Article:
The Metamorphosis

The long story “The Metamorphosis” by Franz Kafka and the chapter “Spaciousness and Crowding” by Yi-Fu Tuan both deal with the freedoms one gains by the range of movement they are able to achieve. By having a limited range of movement for reasons such and physical or developmental, one may not be to achieve the full potential of freedoms that are available to them. “Spaciousness and Crowding” explains the different ways the freedom of range can be both expressed and limited, such as by piloting aircrafts or by being and infant, respectively. The long story “The Metamorphosis” follows a man as he suddenly looses all his freedoms of range he once enjoyed.

In “The Metamorphosis”, the protagonist, Gregor Samsa, was a salesman. He was the family’s source of income because no one else in the family had a job. He wakes up and relies he turned into a large insect. He has trouble moving and breaks one of his many legs trying to roll his body right-side up. He struggles doing basic thing such as eating, walking and talking. He drools brown liquids from what use to be his mouth and his wings knock over furniture. His family becomes fed-up with him, except for his sister. She tries to comfort him by feeding him and helping him when he struggles to move his large, grotesque body. Samsa’s parents start to take away his furniture from his room and he becomes depressed and sick. His mother makes fun of him, saying “Just look at that old dung beetle”(pg 324), much to his annoyance. He becomes a prisoner in his own room, where he eventually dies.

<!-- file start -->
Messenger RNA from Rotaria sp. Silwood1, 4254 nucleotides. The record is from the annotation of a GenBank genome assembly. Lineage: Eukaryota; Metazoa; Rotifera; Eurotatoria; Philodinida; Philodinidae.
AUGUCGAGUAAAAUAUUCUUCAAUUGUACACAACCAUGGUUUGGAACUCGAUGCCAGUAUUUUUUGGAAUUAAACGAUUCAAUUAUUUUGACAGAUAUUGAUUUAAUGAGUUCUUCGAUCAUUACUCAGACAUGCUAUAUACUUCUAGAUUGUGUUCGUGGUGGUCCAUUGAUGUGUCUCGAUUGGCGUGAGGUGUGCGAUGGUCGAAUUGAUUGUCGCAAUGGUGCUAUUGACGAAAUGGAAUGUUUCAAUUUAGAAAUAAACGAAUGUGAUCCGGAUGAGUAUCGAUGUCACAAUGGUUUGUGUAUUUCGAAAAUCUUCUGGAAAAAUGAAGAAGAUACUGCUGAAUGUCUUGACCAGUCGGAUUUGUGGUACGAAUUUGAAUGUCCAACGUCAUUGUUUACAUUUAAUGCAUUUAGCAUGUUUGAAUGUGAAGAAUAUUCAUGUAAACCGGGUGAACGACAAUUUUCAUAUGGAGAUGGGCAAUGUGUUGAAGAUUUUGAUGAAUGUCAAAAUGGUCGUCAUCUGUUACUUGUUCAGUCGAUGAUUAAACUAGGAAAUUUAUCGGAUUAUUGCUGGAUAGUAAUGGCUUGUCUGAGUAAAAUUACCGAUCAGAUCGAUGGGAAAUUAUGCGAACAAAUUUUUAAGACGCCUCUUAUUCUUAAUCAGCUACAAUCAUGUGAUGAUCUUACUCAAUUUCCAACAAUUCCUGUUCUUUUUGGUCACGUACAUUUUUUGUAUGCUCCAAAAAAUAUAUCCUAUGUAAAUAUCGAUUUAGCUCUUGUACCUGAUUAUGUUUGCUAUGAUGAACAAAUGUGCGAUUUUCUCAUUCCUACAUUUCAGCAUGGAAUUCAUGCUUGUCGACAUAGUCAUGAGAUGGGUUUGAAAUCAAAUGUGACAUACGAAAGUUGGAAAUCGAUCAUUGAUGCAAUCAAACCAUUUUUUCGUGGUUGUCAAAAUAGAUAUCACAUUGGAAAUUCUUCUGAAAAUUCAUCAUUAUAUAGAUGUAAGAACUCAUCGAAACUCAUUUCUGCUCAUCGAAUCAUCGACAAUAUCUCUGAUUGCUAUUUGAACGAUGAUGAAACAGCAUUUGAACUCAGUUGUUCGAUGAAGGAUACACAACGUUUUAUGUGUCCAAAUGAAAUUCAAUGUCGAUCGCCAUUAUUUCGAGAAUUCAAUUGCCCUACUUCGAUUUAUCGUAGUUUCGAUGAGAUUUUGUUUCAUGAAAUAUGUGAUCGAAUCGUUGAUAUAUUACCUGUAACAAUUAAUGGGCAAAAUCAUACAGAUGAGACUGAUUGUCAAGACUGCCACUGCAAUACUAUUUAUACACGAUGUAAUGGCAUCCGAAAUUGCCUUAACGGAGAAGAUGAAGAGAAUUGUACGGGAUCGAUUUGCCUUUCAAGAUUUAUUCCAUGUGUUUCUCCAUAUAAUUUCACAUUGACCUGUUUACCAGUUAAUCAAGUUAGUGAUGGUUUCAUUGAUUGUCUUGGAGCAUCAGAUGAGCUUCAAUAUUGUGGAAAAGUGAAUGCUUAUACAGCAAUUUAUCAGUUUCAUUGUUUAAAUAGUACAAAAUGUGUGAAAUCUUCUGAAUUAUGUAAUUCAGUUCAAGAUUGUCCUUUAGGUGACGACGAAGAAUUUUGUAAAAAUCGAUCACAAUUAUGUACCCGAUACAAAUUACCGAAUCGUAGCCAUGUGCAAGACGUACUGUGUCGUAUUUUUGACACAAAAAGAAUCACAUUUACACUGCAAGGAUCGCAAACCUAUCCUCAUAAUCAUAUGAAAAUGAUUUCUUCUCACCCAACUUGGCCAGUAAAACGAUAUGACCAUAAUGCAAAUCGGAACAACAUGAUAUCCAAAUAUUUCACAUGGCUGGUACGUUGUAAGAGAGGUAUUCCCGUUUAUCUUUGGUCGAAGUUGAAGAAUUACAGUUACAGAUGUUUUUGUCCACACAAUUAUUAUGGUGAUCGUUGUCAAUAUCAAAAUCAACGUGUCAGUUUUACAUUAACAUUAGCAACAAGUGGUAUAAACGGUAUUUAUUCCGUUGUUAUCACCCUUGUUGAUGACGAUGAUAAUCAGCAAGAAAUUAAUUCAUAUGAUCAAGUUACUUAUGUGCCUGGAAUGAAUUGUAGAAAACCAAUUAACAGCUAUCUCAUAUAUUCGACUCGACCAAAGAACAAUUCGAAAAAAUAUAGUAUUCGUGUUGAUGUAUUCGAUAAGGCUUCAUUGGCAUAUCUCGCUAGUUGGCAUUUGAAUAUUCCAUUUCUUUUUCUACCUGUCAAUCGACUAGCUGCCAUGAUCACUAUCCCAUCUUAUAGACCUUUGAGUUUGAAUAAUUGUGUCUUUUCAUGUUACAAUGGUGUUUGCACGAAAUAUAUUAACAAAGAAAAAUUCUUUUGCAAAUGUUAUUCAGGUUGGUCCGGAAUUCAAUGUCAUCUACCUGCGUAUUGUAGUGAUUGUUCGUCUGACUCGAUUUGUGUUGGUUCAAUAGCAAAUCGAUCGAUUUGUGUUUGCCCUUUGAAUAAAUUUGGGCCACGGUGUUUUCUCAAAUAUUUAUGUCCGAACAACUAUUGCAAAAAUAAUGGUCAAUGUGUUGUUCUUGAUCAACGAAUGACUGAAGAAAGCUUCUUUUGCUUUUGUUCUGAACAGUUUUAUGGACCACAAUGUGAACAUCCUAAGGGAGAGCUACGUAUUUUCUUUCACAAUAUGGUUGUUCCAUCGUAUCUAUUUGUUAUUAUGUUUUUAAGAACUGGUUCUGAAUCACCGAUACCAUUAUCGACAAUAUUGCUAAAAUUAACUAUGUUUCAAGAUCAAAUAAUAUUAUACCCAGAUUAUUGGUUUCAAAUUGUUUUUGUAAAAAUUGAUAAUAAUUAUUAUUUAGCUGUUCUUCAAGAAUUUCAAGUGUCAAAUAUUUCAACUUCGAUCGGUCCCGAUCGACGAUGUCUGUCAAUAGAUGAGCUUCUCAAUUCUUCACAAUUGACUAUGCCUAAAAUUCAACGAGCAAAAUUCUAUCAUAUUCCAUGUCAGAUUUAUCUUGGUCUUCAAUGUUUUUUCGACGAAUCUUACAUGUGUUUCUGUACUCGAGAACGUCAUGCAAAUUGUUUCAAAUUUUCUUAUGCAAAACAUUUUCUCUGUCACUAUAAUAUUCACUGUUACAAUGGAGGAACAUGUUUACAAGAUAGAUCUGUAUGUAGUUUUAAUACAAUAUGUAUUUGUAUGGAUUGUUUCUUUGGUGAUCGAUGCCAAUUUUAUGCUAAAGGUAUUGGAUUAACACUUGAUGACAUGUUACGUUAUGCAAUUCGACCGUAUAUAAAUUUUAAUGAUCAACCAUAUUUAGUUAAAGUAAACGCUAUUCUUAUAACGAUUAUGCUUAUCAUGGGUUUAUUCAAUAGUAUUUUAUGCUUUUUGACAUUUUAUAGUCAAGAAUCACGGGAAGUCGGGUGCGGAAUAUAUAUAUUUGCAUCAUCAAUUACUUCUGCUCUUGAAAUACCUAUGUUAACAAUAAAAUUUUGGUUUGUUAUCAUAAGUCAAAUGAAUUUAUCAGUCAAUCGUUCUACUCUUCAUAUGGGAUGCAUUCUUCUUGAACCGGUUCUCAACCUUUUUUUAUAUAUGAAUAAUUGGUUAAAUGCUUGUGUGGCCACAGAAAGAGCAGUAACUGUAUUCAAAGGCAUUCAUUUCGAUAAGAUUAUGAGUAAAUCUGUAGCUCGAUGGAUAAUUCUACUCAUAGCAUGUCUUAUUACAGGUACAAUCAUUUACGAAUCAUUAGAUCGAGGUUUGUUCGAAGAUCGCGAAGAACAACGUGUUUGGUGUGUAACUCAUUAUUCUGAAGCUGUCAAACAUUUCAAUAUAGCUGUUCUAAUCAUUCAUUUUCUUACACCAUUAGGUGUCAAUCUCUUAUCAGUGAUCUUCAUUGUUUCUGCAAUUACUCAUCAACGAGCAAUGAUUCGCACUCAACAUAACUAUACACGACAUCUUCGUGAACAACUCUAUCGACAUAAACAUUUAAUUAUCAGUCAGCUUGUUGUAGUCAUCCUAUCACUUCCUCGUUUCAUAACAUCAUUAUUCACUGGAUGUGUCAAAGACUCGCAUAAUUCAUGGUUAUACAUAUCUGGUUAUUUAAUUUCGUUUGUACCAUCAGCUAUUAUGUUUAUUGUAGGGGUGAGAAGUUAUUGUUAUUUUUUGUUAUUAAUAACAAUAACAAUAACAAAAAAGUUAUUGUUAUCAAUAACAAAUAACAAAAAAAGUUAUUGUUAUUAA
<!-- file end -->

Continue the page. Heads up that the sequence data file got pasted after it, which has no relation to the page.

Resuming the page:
The example of Samsa’s situation shows the deterioration of movement and the lost of freedom. This is a good example of what Tuan is trying to explain in the chapter because it highlights the life that Samsa once enjoyed by his new lack of range caused destroyed his quality of life and led to the excommunication of his family and eventually his death.

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